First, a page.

The use of selective serotonin reuptake inhibitors (SSRIs) to treat pregnant women with a psychiatric diagnosis was associated with a lower risk of complications such as preterm birth and delivery by Cesarean section but a higher risk of neonatal maladaptation, according to a study published online ahead of print August 4 in the American Journal of Psychiatry.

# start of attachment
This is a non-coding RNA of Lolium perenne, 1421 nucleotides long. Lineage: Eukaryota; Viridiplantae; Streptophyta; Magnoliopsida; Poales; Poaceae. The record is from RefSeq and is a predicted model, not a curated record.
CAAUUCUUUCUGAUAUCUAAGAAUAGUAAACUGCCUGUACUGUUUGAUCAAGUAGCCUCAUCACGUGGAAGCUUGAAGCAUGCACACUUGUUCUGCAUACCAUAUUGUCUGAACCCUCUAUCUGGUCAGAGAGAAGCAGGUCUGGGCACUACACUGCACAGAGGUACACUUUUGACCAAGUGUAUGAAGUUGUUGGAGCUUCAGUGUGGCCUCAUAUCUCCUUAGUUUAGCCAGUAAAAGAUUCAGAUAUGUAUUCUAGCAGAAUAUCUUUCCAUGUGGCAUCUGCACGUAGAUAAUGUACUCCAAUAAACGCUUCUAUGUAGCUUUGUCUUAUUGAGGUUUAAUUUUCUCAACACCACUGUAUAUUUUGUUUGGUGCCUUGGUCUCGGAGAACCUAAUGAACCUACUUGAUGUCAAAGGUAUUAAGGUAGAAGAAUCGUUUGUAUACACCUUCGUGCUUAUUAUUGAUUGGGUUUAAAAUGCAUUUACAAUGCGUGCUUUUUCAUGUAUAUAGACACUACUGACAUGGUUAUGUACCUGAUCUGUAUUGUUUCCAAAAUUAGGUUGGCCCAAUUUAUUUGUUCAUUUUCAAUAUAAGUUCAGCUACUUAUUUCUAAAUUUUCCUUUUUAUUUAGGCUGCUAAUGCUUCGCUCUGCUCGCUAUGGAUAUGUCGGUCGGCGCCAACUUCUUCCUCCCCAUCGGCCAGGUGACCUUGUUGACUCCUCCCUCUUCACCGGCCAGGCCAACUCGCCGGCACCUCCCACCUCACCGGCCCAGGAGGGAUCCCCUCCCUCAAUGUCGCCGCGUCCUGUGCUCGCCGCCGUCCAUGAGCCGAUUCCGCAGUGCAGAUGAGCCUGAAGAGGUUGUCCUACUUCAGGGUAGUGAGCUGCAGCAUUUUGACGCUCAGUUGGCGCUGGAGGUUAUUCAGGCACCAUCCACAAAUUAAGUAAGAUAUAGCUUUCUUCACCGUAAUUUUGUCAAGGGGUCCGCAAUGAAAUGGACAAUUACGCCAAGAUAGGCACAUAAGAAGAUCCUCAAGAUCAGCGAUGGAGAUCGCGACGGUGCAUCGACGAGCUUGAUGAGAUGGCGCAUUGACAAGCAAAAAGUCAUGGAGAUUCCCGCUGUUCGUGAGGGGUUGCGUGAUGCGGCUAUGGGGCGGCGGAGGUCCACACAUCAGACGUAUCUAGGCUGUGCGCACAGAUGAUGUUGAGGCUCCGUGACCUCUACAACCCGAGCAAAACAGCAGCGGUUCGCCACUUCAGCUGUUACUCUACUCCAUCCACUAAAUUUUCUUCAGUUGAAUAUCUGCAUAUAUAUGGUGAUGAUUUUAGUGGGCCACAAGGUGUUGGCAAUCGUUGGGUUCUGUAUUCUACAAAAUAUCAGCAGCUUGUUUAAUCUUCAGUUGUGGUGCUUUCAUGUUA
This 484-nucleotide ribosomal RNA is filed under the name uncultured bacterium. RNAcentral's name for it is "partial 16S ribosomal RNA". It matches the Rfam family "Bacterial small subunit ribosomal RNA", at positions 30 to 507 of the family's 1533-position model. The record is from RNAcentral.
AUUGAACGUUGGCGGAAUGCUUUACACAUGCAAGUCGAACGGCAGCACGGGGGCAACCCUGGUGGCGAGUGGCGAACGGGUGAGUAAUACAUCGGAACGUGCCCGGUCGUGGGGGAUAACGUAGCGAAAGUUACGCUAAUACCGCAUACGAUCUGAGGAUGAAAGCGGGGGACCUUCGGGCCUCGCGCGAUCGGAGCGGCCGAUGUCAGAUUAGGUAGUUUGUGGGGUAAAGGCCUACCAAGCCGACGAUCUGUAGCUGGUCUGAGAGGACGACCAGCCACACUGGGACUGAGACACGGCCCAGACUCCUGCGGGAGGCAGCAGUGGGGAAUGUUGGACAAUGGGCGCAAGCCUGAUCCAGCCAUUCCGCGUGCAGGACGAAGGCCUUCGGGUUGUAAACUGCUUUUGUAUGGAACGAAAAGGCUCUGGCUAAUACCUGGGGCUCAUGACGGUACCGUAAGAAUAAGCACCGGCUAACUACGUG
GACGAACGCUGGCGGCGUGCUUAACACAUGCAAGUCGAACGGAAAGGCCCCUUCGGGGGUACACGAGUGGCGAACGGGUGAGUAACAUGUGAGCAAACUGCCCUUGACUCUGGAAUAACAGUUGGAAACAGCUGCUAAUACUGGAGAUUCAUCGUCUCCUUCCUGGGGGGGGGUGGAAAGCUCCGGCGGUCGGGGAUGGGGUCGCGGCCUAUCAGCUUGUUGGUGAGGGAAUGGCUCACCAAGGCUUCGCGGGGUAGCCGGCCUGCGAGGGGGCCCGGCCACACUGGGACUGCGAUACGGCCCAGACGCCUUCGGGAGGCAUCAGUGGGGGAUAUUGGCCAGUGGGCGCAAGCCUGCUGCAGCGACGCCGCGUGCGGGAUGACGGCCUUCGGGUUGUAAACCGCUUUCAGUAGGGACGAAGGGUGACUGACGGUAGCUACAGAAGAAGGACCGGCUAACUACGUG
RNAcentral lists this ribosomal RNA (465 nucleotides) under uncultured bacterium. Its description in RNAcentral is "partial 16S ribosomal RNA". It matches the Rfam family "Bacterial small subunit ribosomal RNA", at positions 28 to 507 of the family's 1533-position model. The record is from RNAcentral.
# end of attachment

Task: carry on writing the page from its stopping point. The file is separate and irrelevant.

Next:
Senior author Alan S. Brown, MD, MPH, and colleagues studied 845,345 single births from the Finnish Medical Birth Register and analyzed data on prescription drug purchases, mothers’ psychiatric and medical history, hospital sources, and health care professionals. When compared with mothers who were not taking medication for their psychiatric diagnosis, women using antidepressants during pregnancy had a risk of preterm birth that was lower by 16% and a risk of very preterm birth that was lower by nearly 50%. Not taking medications for a psychiatric diagnosis was associated with an increased risk of Cesarean section (26.5%) and a slightly greater risk of bleeding during or after delivery (3.5%), compared with those without a diagnosis and who did not purchase antidepressants (17% and 3%, respectively). Furthermore, after delivery, the researchers found a higher risk for neonatal maladaptation, which resulted in longer hospital stays and the need for neonatal care, in the offspring of women who had taken SSRIs during pregnancy.